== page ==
Another consideration in outcome evaluation is to obtain data relative to current practice for comparison purposes. To document the need for a practice change and to support a new protocol, baseline data might need to be collected
tEst YOur knOWlEdgE 18-3
How did you do? 1. F; 2. T; 3. T; 4. T
After an outcome has been selected and measured, data are compiled and evaluated to draw conclusions. Evaluation is facilitated when appropriate outcomes and associated indicators are chosen— conversely, if the outcome is not clearly defined, then the measurements and subsequent evaluation will be flawed.
498 ChaptER 18 Evaluating Outcomes of Innovations
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treatment of human response, and advocacy in the care of individuals, fami- lies, communities, and populations” (ANA, 2003, p. 6). From the early days of the profession, students have been taught that a scientific attitude and method of work combined with “experience, trained senses, a mind trained to think, and the necessary characteristics of patience, accuracy, open-mindedness, truthfulness, persistence, and industry” (Harmer, 1933, p. 47) are essential components of good practice. Harmer goes on to say, “Each time this habit of looking, listening, feeling, or thinking is repeated it is strengthened until the habit of observation is firmly established” (p. 47). This still holds true today. Benner (1984) studied nurses in practice and concluded that to become an expert nurse one has to practice nursing a minimum of 5 years. There are no shortcuts to becoming an expert in one’s field. The development of knowledge and skill takes time and work. As nurses encounter new situations, learning takes place. Nursing knowledge develops and is refined as nurses practice (Waterman, Webb, & Williams, 1995). In this way, nurses adapt theories to fit their practices. Unfortunately, much that is learned about theory during practice remains with the nurse because nurses rarely share their practice expertise through conference presentations and publications. The discipline will be enriched when nurses engage more formally in disseminating their knowledge about theory in practice.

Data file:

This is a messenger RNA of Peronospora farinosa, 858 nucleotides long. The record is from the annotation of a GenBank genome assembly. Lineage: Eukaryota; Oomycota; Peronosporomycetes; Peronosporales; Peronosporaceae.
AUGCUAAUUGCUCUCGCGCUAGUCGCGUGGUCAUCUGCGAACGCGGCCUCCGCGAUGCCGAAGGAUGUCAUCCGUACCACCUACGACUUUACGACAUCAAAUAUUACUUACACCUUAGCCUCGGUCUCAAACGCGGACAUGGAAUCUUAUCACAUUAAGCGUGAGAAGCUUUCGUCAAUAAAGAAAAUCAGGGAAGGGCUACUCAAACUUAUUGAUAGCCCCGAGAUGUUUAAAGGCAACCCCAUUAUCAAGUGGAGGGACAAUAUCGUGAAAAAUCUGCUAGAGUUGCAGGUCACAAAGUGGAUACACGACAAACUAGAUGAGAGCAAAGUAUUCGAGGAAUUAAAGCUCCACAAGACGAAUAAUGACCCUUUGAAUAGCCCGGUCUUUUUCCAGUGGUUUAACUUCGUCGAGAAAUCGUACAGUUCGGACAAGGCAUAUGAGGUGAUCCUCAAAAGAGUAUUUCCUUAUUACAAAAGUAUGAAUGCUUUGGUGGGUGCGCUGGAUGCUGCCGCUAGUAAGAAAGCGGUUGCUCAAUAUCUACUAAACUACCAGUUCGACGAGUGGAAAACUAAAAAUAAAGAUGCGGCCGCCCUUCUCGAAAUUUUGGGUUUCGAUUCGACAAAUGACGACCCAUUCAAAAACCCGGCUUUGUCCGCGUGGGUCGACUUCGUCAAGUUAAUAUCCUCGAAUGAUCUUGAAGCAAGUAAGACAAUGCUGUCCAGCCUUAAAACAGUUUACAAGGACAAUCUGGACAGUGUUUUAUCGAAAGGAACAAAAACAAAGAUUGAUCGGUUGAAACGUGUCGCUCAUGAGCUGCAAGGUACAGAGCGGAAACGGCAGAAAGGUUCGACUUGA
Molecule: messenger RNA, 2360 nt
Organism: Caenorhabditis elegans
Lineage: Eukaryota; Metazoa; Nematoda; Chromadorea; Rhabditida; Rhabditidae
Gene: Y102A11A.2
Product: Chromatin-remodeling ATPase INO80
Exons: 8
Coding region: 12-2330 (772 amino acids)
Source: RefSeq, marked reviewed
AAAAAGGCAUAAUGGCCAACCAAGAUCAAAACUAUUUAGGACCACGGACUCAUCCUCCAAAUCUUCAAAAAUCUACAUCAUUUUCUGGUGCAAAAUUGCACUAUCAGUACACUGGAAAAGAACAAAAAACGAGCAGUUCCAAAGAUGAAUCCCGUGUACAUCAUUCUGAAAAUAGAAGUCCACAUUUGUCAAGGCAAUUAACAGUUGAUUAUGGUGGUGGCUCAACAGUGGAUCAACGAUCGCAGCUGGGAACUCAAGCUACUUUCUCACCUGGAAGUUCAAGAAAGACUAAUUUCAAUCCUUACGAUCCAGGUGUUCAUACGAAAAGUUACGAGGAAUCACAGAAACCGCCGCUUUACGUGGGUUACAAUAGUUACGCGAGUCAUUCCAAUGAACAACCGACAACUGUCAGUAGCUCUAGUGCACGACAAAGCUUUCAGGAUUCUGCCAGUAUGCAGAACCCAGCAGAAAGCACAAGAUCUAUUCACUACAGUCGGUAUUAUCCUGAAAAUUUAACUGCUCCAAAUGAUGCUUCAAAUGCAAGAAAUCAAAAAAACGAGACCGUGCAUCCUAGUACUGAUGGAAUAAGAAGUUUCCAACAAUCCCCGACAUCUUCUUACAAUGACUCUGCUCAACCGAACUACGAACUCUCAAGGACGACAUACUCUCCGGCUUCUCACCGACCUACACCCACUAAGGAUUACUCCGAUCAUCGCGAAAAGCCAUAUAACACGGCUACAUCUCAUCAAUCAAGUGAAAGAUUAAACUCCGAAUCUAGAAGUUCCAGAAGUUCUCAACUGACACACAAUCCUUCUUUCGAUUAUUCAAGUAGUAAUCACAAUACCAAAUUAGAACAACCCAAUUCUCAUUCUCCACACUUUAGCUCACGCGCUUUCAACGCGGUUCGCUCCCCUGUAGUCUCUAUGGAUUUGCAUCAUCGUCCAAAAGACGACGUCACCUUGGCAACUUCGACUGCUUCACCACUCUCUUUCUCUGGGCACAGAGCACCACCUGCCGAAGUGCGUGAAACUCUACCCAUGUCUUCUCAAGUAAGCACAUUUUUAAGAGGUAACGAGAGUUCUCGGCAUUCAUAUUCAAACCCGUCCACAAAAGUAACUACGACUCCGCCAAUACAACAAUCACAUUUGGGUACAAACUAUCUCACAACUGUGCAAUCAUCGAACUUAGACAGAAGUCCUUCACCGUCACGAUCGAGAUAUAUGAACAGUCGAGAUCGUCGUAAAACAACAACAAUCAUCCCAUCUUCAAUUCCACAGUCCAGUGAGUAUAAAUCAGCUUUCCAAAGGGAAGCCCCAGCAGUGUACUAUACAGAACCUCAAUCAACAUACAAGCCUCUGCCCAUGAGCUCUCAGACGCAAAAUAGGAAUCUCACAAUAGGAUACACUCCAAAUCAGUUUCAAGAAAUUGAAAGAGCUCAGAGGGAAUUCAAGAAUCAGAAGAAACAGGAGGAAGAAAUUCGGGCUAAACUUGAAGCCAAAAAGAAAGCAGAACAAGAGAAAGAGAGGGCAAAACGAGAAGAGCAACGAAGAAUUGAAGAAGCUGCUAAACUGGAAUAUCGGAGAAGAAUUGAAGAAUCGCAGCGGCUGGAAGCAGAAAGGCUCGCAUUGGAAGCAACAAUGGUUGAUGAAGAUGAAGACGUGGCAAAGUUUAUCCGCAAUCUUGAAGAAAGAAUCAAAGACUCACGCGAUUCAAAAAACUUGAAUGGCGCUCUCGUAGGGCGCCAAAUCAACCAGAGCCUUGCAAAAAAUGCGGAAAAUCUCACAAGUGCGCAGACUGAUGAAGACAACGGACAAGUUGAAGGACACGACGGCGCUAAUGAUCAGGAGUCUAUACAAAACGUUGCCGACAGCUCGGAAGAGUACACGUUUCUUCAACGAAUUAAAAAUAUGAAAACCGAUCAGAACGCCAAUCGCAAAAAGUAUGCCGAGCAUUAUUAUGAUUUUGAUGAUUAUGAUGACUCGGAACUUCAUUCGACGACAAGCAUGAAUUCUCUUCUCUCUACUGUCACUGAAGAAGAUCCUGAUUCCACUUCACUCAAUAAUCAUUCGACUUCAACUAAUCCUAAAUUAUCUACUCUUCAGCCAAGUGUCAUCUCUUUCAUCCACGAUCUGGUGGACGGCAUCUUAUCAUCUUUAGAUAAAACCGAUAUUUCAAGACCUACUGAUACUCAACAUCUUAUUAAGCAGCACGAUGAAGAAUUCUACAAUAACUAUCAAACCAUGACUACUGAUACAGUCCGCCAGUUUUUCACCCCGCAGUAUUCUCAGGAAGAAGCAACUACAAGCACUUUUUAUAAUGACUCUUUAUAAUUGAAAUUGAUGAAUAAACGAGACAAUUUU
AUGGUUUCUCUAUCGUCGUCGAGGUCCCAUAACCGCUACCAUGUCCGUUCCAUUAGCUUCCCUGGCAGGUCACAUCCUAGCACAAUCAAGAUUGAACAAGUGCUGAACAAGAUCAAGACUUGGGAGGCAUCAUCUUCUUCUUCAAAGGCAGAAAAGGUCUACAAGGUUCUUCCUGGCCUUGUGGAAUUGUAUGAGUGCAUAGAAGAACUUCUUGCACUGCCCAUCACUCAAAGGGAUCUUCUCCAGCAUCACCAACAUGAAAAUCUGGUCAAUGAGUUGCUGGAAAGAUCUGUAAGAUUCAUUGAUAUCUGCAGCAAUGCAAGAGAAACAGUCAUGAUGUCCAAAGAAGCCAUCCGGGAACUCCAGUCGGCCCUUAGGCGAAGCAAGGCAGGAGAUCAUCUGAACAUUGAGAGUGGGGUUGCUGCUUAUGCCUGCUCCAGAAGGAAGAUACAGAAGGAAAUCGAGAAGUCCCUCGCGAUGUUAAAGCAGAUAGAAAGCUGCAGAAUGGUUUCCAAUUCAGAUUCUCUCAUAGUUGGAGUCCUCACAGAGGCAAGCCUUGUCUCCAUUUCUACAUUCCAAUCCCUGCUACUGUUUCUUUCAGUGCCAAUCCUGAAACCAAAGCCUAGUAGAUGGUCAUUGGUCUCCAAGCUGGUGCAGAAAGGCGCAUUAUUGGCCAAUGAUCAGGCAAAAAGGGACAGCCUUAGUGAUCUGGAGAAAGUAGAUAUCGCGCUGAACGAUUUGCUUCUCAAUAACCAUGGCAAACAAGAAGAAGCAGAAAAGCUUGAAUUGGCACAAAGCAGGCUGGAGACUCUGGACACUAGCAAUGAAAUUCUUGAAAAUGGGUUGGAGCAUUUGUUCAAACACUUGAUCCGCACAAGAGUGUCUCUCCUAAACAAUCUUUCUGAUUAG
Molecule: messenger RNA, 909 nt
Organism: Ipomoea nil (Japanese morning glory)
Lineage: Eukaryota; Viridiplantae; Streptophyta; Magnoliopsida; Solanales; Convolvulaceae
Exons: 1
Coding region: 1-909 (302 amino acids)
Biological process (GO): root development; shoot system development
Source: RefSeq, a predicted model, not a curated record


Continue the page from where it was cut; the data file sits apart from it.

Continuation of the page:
The Relationships Among Theory, Research, and Practice Practice relies on research and theory and also provides the questions that require more work by theorists and researchers. Each informs and supports the other in the application and development of nursing knowledge. When the relationships among theory, research, and practice are in harmony, the discipline is best served, ultimately resulting in better patient outcomes (Maas, 2006). The relationships are dynamic and flow in all directions.
CRiTiCAL THinking ExERCisE 5-2
A nurse on a surgical floor observes that several new approaches are being used to dress wounds. She observes that some methods appear to promote healing faster than others do. While reviewing the research literature, she is unable to locate any research about the dressings she is using. How might she go about testing her theory that some methods are better than others? Can this be done deductively, inductively, or using mixed methods? Are any theories presently available related to wound healing, and if so, where might she locate these? What concepts might be important in forming the question?